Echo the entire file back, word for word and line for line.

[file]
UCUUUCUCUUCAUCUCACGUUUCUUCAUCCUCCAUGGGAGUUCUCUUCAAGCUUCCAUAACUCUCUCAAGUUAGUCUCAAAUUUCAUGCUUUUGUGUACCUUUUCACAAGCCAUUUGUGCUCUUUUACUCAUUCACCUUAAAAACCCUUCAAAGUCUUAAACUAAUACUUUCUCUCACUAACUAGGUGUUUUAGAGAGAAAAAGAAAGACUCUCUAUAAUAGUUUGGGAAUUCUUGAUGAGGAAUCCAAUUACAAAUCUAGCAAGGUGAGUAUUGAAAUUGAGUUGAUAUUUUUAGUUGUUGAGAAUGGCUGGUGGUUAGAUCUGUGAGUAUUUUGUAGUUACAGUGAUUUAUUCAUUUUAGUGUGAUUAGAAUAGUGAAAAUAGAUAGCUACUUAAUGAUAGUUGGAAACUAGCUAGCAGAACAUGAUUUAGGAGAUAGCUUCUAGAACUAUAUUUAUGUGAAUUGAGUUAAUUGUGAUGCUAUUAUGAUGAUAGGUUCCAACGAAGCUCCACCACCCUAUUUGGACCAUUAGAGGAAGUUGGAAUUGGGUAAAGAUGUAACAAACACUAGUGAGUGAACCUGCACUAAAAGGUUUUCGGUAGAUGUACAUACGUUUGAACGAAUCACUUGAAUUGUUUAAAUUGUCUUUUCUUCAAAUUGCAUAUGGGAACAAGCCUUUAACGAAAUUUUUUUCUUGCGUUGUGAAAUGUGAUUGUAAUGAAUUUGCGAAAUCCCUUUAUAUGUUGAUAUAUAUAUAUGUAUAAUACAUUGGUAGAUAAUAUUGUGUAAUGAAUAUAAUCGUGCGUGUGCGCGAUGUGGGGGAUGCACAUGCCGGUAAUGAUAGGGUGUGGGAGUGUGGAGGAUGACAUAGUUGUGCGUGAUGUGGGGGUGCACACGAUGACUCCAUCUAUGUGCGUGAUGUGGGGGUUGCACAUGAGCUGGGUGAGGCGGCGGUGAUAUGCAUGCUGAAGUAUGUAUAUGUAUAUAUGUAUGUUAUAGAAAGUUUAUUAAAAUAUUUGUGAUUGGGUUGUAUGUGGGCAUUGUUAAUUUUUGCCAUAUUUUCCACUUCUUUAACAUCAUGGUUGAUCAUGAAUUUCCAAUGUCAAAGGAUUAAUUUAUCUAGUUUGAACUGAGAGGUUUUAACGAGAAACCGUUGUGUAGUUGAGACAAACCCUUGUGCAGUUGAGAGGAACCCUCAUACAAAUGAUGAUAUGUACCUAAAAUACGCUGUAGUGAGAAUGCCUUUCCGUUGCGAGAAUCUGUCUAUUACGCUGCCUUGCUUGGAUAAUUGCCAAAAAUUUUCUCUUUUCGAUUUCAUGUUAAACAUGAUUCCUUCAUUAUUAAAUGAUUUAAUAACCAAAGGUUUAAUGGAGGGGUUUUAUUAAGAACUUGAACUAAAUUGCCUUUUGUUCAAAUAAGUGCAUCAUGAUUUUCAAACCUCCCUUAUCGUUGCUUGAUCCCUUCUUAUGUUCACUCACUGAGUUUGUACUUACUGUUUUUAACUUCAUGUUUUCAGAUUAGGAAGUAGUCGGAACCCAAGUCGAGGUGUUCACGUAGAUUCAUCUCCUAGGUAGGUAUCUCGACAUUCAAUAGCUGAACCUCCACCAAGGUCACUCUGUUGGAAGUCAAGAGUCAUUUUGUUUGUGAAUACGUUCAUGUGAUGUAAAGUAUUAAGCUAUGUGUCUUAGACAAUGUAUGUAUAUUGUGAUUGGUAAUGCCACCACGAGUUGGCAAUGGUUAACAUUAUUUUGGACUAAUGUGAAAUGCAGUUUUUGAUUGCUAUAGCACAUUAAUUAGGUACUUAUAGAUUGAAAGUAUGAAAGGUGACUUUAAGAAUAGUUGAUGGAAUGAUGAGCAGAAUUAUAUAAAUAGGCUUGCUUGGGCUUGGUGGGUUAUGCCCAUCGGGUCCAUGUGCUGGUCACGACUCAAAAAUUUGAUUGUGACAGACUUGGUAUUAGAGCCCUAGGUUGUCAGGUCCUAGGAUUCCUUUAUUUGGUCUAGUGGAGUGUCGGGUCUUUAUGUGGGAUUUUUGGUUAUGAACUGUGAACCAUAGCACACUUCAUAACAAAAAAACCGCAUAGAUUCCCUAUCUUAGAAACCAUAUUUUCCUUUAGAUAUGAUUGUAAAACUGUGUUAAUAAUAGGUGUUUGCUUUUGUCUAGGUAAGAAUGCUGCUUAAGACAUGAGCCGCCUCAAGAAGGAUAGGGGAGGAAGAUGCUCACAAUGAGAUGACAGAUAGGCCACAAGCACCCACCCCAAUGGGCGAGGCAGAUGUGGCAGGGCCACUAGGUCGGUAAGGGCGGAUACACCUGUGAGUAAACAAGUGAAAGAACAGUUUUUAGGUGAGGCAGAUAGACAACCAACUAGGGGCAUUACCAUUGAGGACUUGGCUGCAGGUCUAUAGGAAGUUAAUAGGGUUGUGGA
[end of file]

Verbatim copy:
UCUUUCUCUUCAUCUCACGUUUCUUCAUCCUCCAUGGGAGUUCUCUUCAAGCUUCCAUAACUCUCUCAAGUUAGUCUCAAAUUUCAUGCUUUUGUGUACCUUUUCACAAGCCAUUUGUGCUCUUUUACUCAUUCACCUUAAAAACCCUUCAAAGUCUUAAACUAAUACUUUCUCUCACUAACUAGGUGUUUUAGAGAGAAAAAGAAAGACUCUCUAUAAUAGUUUGGGAAUUCUUGAUGAGGAAUCCAAUUACAAAUCUAGCAAGGUGAGUAUUGAAAUUGAGUUGAUAUUUUUAGUUGUUGAGAAUGGCUGGUGGUUAGAUCUGUGAGUAUUUUGUAGUUACAGUGAUUUAUUCAUUUUAGUGUGAUUAGAAUAGUGAAAAUAGAUAGCUACUUAAUGAUAGUUGGAAACUAGCUAGCAGAACAUGAUUUAGGAGAUAGCUUCUAGAACUAUAUUUAUGUGAAUUGAGUUAAUUGUGAUGCUAUUAUGAUGAUAGGUUCCAACGAAGCUCCACCACCCUAUUUGGACCAUUAGAGGAAGUUGGAAUUGGGUAAAGAUGUAACAAACACUAGUGAGUGAACCUGCACUAAAAGGUUUUCGGUAGAUGUACAUACGUUUGAACGAAUCACUUGAAUUGUUUAAAUUGUCUUUUCUUCAAAUUGCAUAUGGGAACAAGCCUUUAACGAAAUUUUUUUCUUGCGUUGUGAAAUGUGAUUGUAAUGAAUUUGCGAAAUCCCUUUAUAUGUUGAUAUAUAUAUAUGUAUAAUACAUUGGUAGAUAAUAUUGUGUAAUGAAUAUAAUCGUGCGUGUGCGCGAUGUGGGGGAUGCACAUGCCGGUAAUGAUAGGGUGUGGGAGUGUGGAGGAUGACAUAGUUGUGCGUGAUGUGGGGGUGCACACGAUGACUCCAUCUAUGUGCGUGAUGUGGGGGUUGCACAUGAGCUGGGUGAGGCGGCGGUGAUAUGCAUGCUGAAGUAUGUAUAUGUAUAUAUGUAUGUUAUAGAAAGUUUAUUAAAAUAUUUGUGAUUGGGUUGUAUGUGGGCAUUGUUAAUUUUUGCCAUAUUUUCCACUUCUUUAACAUCAUGGUUGAUCAUGAAUUUCCAAUGUCAAAGGAUUAAUUUAUCUAGUUUGAACUGAGAGGUUUUAACGAGAAACCGUUGUGUAGUUGAGACAAACCCUUGUGCAGUUGAGAGGAACCCUCAUACAAAUGAUGAUAUGUACCUAAAAUACGCUGUAGUGAGAAUGCCUUUCCGUUGCGAGAAUCUGUCUAUUACGCUGCCUUGCUUGGAUAAUUGCCAAAAAUUUUCUCUUUUCGAUUUCAUGUUAAACAUGAUUCCUUCAUUAUUAAAUGAUUUAAUAACCAAAGGUUUAAUGGAGGGGUUUUAUUAAGAACUUGAACUAAAUUGCCUUUUGUUCAAAUAAGUGCAUCAUGAUUUUCAAACCUCCCUUAUCGUUGCUUGAUCCCUUCUUAUGUUCACUCACUGAGUUUGUACUUACUGUUUUUAACUUCAUGUUUUCAGAUUAGGAAGUAGUCGGAACCCAAGUCGAGGUGUUCACGUAGAUUCAUCUCCUAGGUAGGUAUCUCGACAUUCAAUAGCUGAACCUCCACCAAGGUCACUCUGUUGGAAGUCAAGAGUCAUUUUGUUUGUGAAUACGUUCAUGUGAUGUAAAGUAUUAAGCUAUGUGUCUUAGACAAUGUAUGUAUAUUGUGAUUGGUAAUGCCACCACGAGUUGGCAAUGGUUAACAUUAUUUUGGACUAAUGUGAAAUGCAGUUUUUGAUUGCUAUAGCACAUUAAUUAGGUACUUAUAGAUUGAAAGUAUGAAAGGUGACUUUAAGAAUAGUUGAUGGAAUGAUGAGCAGAAUUAUAUAAAUAGGCUUGCUUGGGCUUGGUGGGUUAUGCCCAUCGGGUCCAUGUGCUGGUCACGACUCAAAAAUUUGAUUGUGACAGACUUGGUAUUAGAGCCCUAGGUUGUCAGGUCCUAGGAUUCCUUUAUUUGGUCUAGUGGAGUGUCGGGUCUUUAUGUGGGAUUUUUGGUUAUGAACUGUGAACCAUAGCACACUUCAUAACAAAAAAACCGCAUAGAUUCCCUAUCUUAGAAACCAUAUUUUCCUUUAGAUAUGAUUGUAAAACUGUGUUAAUAAUAGGUGUUUGCUUUUGUCUAGGUAAGAAUGCUGCUUAAGACAUGAGCCGCCUCAAGAAGGAUAGGGGAGGAAGAUGCUCACAAUGAGAUGACAGAUAGGCCACAAGCACCCACCCCAAUGGGCGAGGCAGAUGUGGCAGGGCCACUAGGUCGGUAAGGGCGGAUACACCUGUGAGUAAACAAGUGAAAGAACAGUUUUUAGGUGAGGCAGAUAGACAACCAACUAGGGGCAUUACCAUUGAGGACUUGGCUGCAGGUCUAUAGGAAGUUAAUAGGGUUGUGGA